Tips to protect plants and pollinators!
- Megan Potts
- How can you help to conserve biodiversity?
- Protect plants and pollinators
What is biodiversity?
Biodiversity is the variety of plants and animals on earth 
But in reality, it is more than that. Protecting biodiversity is about promoting conditions for life on earth to survive and thrive.
The UK alone holds 70,000 known species of animals , plants, fungi and microorganisms, making it a hub for all types of life and vitally important to keep the existing ecosystems around us up and running.
Although, in recent years the UK has experienced a decline in species abundance of 13% on average, 15% of species face the threat of extinction and since 1970 the abundance of UK priority species has declined by 60%. 
As part of the G7, the UK has committed to the global ‘30x30’ initiative to conserve at least 30% of the world’s land and at least 30% of the world’s ocean by 2030. This has been further supported by the introduction of a new UK Environment Bill focused on halting biodiversity loss by 2030 in order to protect the environment for future generations .
However, a recent report by the The Intergovernmental Science-Policy Platform for Biodiversity & Ecosystem Services (IPBES) - the global body responsible for assessing the state of the planet’s biodiversity, has found that governments across the globe have frequently ignored the value of nature . Instead policy-makers have prioritised economic growth, leading us to a global biodiversity crisis. Therefore, for the UK to make transformative progress towards protecting nature and biodiversity, a real change in the way nature is valued and prioritised will be necessary.
So…how can I help?
Biodiversity is essential for all life on earth as without it, millions of people around the world will face a future where food supplies are more vulnerable to pests and diseases, and where fresh water supplies are irregular and sparse. With reduced biodiversity, ecosystems around us will begin to drastically change.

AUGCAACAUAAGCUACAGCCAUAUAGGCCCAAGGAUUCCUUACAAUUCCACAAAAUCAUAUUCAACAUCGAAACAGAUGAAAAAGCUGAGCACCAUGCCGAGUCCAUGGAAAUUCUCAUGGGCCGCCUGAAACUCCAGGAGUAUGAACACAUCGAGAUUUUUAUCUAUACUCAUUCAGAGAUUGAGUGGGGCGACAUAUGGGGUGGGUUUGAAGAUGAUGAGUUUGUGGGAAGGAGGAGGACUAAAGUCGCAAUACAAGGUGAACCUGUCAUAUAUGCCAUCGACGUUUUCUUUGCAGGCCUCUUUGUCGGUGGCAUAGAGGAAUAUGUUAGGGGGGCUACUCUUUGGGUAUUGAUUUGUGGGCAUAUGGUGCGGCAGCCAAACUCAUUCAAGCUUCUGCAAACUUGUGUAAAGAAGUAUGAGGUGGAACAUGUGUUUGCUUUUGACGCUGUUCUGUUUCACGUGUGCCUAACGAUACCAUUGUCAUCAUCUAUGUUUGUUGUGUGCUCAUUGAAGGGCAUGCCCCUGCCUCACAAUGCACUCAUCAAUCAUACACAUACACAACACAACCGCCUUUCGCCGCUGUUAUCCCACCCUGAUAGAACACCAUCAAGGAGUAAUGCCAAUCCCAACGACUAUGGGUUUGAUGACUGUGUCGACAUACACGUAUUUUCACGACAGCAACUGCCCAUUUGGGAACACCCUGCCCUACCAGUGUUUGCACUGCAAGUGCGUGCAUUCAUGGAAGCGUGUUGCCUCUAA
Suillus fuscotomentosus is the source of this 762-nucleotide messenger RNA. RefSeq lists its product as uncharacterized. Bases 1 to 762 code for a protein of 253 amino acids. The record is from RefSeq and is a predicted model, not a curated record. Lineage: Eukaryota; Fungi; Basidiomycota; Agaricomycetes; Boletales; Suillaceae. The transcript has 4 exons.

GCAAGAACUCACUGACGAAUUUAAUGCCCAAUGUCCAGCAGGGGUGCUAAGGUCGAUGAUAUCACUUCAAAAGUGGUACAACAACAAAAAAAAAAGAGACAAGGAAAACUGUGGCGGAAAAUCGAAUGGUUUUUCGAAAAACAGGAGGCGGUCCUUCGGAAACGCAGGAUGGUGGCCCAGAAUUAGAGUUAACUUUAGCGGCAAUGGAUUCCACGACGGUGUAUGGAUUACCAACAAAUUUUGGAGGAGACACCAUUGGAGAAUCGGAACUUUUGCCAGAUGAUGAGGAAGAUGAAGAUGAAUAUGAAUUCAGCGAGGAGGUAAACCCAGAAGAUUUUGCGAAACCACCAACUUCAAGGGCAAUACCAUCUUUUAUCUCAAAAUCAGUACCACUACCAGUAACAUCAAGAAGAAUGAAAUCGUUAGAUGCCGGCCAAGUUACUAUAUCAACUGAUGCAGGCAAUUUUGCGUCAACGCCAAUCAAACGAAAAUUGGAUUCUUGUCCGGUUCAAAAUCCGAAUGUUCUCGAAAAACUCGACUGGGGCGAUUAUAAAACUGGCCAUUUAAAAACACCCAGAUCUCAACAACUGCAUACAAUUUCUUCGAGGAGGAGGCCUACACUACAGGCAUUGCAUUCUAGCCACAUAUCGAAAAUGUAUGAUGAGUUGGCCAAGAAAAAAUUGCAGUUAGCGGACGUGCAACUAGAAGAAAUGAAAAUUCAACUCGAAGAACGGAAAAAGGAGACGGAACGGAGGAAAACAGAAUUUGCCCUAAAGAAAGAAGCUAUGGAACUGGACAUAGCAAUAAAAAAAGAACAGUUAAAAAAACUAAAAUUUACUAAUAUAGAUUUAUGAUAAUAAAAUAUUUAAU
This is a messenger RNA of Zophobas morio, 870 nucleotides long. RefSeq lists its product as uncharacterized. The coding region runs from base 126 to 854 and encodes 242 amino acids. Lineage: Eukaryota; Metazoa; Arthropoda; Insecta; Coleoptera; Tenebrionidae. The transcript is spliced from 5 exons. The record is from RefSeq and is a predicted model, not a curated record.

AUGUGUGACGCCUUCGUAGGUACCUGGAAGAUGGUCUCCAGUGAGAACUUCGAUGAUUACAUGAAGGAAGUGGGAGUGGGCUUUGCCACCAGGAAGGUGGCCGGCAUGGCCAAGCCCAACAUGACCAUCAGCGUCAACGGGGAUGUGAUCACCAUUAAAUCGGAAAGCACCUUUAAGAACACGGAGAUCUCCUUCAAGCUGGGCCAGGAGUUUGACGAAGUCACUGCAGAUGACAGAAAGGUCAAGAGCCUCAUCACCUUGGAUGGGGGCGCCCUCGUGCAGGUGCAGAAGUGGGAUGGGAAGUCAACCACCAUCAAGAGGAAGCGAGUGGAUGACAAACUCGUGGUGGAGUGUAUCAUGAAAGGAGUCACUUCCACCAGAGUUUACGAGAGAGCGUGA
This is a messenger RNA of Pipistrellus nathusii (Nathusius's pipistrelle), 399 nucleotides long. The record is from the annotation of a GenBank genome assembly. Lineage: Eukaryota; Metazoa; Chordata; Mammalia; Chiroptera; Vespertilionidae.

Although this is a global issue, there are steps we can take as individuals to support the protection and conservation of biodiversity closer to home.
1. Support local and organic farms!
Farmers play a central part in protecting biodiversity. New technological advances are made every day in the field of agriculture including progress in biotechnology, allowing farmers to grow more food on the same amount of land.  This means that natural habitats that should be teeming with life and different species, don’t have to be converted into farmland and can stay a healthy ecosystem.
To support farmers, try to buy local foods when you can, and try to learn what they are doing on the farm to help conserve biodiversity! This will also help reduce your diet emissions by an average of 220 kg CO2e per year, a win-win for the environment! 
If you want to take it a step further, opt for products from organic farms as they are brimming with wildlife such as bees, butterflies and every insect in-between. On average, plant, insect and bird life is up to 50% more abundant on organic farms. 
2. Reduce your water use!
Fresh bodies of water are essential for biodiversity and aquatic animals need as much space as they can get to fully thrive in their natural habitat. By conserving water use, you can help protect wetlands thus promoting biodiversity. 
An easy way to do this is to cut down the time of your daily shower. By reducing your shower from 10 minutes to 5 minutes you can save significant amounts of water as well as reducing your carbon footprint by 115 kg CO2e per year.
Alternatively, collecting rainwater using a water butt can help to reduce your water consumption; an average house in a low rainfall area can collect 60,000 litres of water per year. Using this to water your garden instead of tap water, you could save around 17.58 kg CO2e! 
3. Save the bees!
Bees pollinate nearly 90% of plant species and help provide more than 35% of the world’s food supply.  In addition to this, bees also significantly contribute to the mitigation of climate change. In the long-term, the protection of bees can help reduce hunger, preserve a healthy environment and promote biodiversity.
To help save the bees, grow a bee friendly garden! By planting a wide range of wild flowers in your garden, bees can have access to nectar out of summer. Not only will you be supporting these precious pollinators, your garden will be bursting with life and colour!
Additionally if you spot a tired bee, you can treat them to some sugar and let it ‘bee’; bees can lose energy quickly so a hint of sugar does wonders for their work!
Download the Greenr App to track the steps you're taking to protect biodiversity and conserve the environment!
Sources  The National Trust - What is biodiversity?  The Royal Society - What is the state of biodiversity on the UK?  UK Parliament - Biodiversity in the UK: bloom or bust?  Defra - Landmark Environment Bill  WWF - IPBES Value of Nature Report  Bio Org - Agricultural biotechnology  Soil Association - Organic farming is better for wildlife  Crop Life - Protecting biodiversity  The Greenr App